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Interviewing for England’s first-ever chief nursing information is underway following a pause of the recruitment process due to concerns about race inequalities, Nursing Times understands.
The search for the role was “paused” just days after the vacancy went live on 15 October last year after complaints were made about the criteria for the post.
The advertisement for the position, which will be based at health tech unit NHSX, had listed board-level experience as an “essential requirement” to apply for the job, as previously reported.
However, critics pointed out that this requirement would limit the diversity of the applicants due to well-documented problems around black and ethnic minority nurses reaching director positions.
Consequently, on 18 October it was announced by NHSX on Twitter that recruitment for the role had been “paused”.
At the time, health commentators raised concerns with Nursing Times about the apparent oversight.
Sarah Amani from the Shuri Network, the first forum established to represent women of colour in the fields of NHS digital health and technology, warned: “Words that we have heard about commitment to diversity have clearly not translated into behaviours.
“Involving people from diverse backgrounds at the point of designing the person specification and job adverts should be the norm, but it isn’t,” she said. “Often, it is an afterthought and this just perpetuates inequality.”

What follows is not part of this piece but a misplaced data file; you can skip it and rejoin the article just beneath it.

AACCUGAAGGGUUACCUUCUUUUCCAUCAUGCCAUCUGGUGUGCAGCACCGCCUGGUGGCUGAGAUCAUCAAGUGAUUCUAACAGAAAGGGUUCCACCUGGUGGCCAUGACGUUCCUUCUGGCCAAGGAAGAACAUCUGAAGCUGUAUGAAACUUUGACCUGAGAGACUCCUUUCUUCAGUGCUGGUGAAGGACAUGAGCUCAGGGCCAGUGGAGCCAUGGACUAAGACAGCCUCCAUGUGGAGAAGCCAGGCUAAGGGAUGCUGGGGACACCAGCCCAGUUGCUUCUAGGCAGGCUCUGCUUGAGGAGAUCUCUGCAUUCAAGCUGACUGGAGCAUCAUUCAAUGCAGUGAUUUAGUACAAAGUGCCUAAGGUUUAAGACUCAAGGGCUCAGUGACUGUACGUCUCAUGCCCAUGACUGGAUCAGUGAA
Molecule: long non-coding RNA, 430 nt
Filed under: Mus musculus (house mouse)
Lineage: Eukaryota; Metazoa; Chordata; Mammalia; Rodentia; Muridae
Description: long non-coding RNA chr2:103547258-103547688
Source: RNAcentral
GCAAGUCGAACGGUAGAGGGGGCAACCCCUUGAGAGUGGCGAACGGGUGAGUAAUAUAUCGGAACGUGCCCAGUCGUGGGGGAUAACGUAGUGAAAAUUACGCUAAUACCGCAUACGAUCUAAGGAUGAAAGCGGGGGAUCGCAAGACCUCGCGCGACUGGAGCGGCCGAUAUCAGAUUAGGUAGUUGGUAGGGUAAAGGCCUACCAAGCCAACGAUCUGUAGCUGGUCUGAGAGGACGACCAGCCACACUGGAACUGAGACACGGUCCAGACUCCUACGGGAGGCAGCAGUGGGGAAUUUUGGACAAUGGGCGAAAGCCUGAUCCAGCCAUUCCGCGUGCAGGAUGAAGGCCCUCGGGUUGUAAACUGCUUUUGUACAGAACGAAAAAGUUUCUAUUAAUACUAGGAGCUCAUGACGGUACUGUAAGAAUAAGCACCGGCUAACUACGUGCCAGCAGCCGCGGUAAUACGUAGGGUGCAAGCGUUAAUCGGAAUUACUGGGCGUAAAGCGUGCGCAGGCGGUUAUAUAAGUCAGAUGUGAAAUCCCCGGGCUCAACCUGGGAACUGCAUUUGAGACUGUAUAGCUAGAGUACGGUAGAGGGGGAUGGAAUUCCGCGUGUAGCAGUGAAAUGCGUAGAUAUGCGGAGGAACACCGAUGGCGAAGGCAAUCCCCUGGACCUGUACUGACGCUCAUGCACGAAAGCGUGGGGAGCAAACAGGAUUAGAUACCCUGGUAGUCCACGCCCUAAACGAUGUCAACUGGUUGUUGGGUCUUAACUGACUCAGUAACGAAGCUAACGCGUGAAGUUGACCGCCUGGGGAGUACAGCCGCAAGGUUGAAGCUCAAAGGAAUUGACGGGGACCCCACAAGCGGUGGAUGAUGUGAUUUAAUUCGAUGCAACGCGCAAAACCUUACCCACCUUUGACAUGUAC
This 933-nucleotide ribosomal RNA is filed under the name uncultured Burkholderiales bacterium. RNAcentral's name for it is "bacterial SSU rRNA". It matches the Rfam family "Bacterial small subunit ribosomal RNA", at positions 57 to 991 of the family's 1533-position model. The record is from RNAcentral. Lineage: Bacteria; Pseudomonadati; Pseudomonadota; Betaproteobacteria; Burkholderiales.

It is understood that the director experience requirement was moved from “essential” to “desirable” before the process was relaunched.
A spokeswoman at NHS England told Nursing Times the post was re-advertised in late October and that the process had closed “before Christmas”.
She said interviews for the position would be taking place over the “next couple of weeks”.
Nursing Times understands the succesful candidate will be announced next month.
The new CNIO will be tasked with leading the NHS digital agenda as it applies to nursing and midwifery practice and ensuring the public is engaged in digital transformation.
Set to earn £100,000 a year, they will be employed by NHS England and NHS Improvement, report to chief clinical information officer Simon Eccles and will be professionally accountable to English chief nursing officer Ruth May.